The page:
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Coronado Saved Me

When I was 28, and a man much too old for me had again broken my heart, I spent most of my free time in the car, as if I could outrun my sadness. Many weekends, I found myself exiting I-5 for the Coronado Bay Bridge, even though driving over that long, narrow arch used to terrify me. It was like driving right into the sky or plunging in to the open sea, and felt too much like my own abyss of despair, which formed a wide chasm under my heart.

But unlike my own sorrow, my road trips ended safely on Coronado, which at that time seemed like a snapshot from a Norman Rockwell painting, an endless Fourth of July, and a trip to a rich friend's summer-house all at once. I spent hours in the cool and haughty interior of Bay Books and consoled my broken heart with the sound of the surf and the soft, hot sand in front of the Hotel Del. Sometimes, on my way to the beach, I would walk through the lobby and pretend that I was staying, in that magnificent old ship of a hotel. I would adjust my sunglasses on my head, toss my hair, and pretend, for just a moment, that I wasn't lonely and broke and ten pounds overweight.

In a way, Coronado saved me. During my afternoons there, I became someone different. I imagined I was as glamorous as the island itself, and those afternoons pretending I was okay opened up the possibility for change. They lifted me out of my funk of sadness and self-pity. Eventually, I picked up the pieces of my heart and remembered who I was. Two years later, I moved to the Bay Area, where I found good friends, an exciting job, and hardwood floors. I was content being single and I liked my peaceful existence, the way my future was unfurling in a graceful spool. I thought that I would spend the rest of my life up there near the redwoods, and if I found someone to share all this with, well, that would be okay too. I hoped I would find someone intelligent and handsome. I really just wanted someone who was kind and funny and who loved books as much as I do.

Because I am lucky, I got all of these things. I found this great, gorgeous, brilliant man who loves me. The kicker is, he also wears combat boots. As someone who once marched with a sign reading "No Blood for Oil," I never imagined I would marry an officer in the military. Just as I never thought I would move back to Coronado.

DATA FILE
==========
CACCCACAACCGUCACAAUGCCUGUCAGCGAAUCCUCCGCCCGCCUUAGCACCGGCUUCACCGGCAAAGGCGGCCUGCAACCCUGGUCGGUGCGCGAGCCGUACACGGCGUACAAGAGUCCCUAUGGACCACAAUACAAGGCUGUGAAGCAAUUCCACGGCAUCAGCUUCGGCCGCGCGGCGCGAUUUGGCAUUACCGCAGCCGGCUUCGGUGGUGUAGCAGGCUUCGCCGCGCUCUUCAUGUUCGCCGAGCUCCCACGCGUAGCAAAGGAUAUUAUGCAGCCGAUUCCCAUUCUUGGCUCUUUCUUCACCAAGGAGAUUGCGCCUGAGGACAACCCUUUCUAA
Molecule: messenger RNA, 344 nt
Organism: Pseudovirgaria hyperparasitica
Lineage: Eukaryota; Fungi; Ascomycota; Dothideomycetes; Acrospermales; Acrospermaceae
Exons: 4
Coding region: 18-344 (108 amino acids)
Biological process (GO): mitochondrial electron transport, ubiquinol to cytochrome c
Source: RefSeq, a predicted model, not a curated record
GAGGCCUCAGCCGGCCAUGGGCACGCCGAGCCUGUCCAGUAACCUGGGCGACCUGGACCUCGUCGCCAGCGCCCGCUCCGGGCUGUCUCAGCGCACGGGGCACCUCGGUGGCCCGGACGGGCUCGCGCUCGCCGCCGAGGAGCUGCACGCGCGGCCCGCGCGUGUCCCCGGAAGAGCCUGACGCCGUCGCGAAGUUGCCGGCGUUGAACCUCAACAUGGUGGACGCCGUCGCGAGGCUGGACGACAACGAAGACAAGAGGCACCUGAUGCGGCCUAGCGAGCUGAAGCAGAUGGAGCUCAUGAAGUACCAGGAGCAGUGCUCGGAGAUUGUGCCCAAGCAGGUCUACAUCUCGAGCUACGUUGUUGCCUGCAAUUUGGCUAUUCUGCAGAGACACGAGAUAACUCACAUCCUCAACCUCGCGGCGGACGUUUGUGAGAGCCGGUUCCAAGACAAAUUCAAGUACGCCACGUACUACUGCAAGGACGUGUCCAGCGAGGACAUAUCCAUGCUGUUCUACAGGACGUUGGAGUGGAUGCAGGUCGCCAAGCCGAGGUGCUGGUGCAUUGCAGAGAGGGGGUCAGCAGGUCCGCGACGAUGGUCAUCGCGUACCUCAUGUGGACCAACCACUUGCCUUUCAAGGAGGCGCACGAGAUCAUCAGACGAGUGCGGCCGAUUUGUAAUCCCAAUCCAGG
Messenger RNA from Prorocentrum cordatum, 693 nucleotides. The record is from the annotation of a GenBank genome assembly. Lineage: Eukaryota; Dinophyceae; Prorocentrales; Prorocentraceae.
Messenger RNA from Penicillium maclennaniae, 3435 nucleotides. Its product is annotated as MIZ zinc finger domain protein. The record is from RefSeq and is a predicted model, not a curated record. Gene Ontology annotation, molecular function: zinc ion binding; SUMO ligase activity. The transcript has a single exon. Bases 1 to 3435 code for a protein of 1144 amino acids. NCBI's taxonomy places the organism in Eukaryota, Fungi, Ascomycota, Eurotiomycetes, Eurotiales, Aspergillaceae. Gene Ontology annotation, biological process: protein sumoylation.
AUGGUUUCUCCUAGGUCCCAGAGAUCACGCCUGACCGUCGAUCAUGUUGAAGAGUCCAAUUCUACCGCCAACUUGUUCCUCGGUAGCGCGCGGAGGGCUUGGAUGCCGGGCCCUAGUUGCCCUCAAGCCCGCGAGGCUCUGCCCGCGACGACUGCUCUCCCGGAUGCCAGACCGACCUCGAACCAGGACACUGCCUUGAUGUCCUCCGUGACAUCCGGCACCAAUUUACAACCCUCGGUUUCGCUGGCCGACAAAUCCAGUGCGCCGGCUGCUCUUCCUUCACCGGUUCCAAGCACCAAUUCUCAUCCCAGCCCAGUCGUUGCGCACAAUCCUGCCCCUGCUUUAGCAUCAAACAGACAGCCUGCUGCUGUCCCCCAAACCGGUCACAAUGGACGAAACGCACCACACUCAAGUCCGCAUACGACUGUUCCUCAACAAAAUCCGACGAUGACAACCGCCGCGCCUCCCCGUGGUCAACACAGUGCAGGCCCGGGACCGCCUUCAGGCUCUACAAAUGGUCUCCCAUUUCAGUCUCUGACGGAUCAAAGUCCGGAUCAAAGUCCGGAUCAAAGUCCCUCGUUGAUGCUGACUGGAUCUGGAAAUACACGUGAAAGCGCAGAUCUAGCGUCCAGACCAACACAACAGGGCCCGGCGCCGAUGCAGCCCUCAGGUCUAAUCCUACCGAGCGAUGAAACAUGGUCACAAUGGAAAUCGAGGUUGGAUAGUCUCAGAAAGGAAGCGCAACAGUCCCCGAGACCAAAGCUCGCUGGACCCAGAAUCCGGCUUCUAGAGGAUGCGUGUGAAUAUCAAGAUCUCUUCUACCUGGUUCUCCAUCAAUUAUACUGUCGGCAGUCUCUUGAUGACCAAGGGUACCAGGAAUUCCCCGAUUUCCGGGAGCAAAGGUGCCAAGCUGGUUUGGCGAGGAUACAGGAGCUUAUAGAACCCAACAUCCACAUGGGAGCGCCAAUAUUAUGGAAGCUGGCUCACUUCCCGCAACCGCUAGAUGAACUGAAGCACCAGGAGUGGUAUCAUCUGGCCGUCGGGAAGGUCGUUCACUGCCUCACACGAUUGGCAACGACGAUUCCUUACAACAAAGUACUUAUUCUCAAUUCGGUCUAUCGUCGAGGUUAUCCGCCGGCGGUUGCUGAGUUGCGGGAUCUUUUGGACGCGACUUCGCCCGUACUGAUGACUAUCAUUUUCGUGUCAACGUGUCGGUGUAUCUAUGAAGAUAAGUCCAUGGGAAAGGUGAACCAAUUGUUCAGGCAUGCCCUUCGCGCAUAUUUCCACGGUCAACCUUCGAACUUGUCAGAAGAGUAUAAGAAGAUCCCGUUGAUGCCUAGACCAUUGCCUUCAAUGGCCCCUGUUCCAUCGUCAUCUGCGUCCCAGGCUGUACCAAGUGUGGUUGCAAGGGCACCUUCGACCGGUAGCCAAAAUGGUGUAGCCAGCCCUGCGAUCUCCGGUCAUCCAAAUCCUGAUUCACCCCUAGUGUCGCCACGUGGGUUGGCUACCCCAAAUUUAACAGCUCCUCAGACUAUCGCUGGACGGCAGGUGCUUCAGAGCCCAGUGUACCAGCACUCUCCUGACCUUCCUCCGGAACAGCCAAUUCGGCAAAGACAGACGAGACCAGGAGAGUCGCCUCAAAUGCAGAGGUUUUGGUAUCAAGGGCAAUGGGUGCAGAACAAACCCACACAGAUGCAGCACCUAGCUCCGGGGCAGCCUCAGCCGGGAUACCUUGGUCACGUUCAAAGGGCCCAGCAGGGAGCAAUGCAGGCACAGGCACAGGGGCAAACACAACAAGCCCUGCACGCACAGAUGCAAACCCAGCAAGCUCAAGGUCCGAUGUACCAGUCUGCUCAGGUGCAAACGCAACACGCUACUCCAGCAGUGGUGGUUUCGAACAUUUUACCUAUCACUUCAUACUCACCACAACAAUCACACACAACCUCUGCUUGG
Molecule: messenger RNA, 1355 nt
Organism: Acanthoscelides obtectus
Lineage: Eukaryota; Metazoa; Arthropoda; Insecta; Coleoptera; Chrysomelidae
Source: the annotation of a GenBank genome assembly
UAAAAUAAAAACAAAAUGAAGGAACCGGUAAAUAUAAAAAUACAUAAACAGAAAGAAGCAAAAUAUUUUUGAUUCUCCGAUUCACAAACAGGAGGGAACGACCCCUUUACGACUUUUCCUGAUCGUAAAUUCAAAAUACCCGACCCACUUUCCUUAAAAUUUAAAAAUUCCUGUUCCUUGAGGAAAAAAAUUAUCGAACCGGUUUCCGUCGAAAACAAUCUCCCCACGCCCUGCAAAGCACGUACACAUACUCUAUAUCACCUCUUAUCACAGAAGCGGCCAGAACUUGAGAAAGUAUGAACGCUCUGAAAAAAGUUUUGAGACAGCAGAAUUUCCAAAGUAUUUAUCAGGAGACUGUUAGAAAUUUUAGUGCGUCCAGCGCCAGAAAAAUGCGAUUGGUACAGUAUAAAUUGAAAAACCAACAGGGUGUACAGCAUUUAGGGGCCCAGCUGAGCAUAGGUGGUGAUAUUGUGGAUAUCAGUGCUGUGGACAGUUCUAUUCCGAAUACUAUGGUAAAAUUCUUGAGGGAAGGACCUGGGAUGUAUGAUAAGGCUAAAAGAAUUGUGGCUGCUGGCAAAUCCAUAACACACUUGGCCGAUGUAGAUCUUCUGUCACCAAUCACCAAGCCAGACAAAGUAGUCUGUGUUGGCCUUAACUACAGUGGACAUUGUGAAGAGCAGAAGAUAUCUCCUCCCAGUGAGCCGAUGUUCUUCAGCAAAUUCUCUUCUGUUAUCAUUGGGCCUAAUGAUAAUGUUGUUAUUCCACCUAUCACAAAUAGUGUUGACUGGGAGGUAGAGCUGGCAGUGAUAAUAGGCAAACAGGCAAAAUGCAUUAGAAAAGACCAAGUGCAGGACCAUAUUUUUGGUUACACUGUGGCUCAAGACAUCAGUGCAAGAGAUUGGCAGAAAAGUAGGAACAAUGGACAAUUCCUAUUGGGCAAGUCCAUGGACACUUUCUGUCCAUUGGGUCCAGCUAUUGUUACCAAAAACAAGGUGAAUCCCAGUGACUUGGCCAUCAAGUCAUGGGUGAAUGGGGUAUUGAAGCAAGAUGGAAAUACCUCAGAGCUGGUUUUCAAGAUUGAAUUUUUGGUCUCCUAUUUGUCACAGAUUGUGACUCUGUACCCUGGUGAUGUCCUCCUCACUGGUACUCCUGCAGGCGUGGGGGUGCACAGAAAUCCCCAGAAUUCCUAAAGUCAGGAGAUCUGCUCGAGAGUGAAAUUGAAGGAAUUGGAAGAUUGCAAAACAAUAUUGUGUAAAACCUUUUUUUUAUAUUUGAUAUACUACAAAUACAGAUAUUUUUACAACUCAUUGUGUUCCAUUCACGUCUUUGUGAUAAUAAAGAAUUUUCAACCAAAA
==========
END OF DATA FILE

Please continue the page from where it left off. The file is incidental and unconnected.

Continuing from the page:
But it has been six years since I walked through the Hotel Del holding a beach towel and the tattered ends of my heart, and now I have done both.

Almost every morning after my husband leaves for work on the Naval Amphibious Base, I strap my two-year-old son into the baby jogger with a half a bagel in his sticky fist, and we run down Orange Avenue toward the Strand. We pass the old coffee shops, the new Panera, and of course the Hotel Del. Each time we run by, I silently thank it for being so unchanging, so regal, despite the chaos in the world.

And yet, on these runs, I see the island in a way that I never could when I was focused solely on alleviating the ache in my heart. Then, I saw only what I wanted, what I needed, and Coronado was my paradise, my land of solace and endless paradise.

Now, Coronado looks as idyllic as ever, but even this small island is not impervious to these times, and especially to this awful war. Six years ago, I saw only the charming architecture, elegant shops, and upscale bookstores, but now I see also the soldiers training on the beaches and the navel bases hidden on either end of Coronado like secret weapons.

Sometimes I try to pretend that my husband will never have to risk his life. That we live on Coronado because we have gobs of money and choose to have our kids grown up here.

But I can't pretend for very long. As soon as I believe we're safe, a helicopter flies overhead, pounding the air with its great, sonic heartbeat, and the lights on the North Island runway shimmer like someone else's holiday. On runs with my son Oliver, I point out the seagulls and pelicans, but still, we see the SEALs training on the beach or groups of soldiers in uniform, thundering down the road in perfect formation.

This morning, Oliver and I ran by a group of young SEALs, waiting to cross the street to the beach. It wasn't even seven in the morning and there they were, covered in camouflage, helmets on , standing at ease with their feet slightly apart and their hands clasped behind their backs. Up close, I could see their faces, and I realized they were just boys -- all much too young for this serious business of war. They stood perfectly straight -- in a pose that is anything but easy -- and, as usual, I wondered how they could be so fearless. I wondered how they could be so selfless and what makes them willing to give up their lives for a country that won't even give up its Hummers for them.

As we approached, my son raised his bagel in the air and one of the soldiers looked at us and cracked a smile. I held my hand up too and placed it over my heart. "Thank you," I mouthed silently as we passed, and the soldier nodded back, almost imperceptibly.

I put my head down and we kept running. I didn't know what else to say. For that soldier, for that boy, Coronado isn't a place of solace or decadence. The warm sand here only slows him down, fills his boots, and the Del probably taunts him as he sleeps in his stuff barracks.

Maybe there are no more true havens left. Or maybe there were never any to begin with. Perhaps the only safe places are the ones that we create ourselves -- if we are very lucky and very still -- within the secret chambers of our hearts.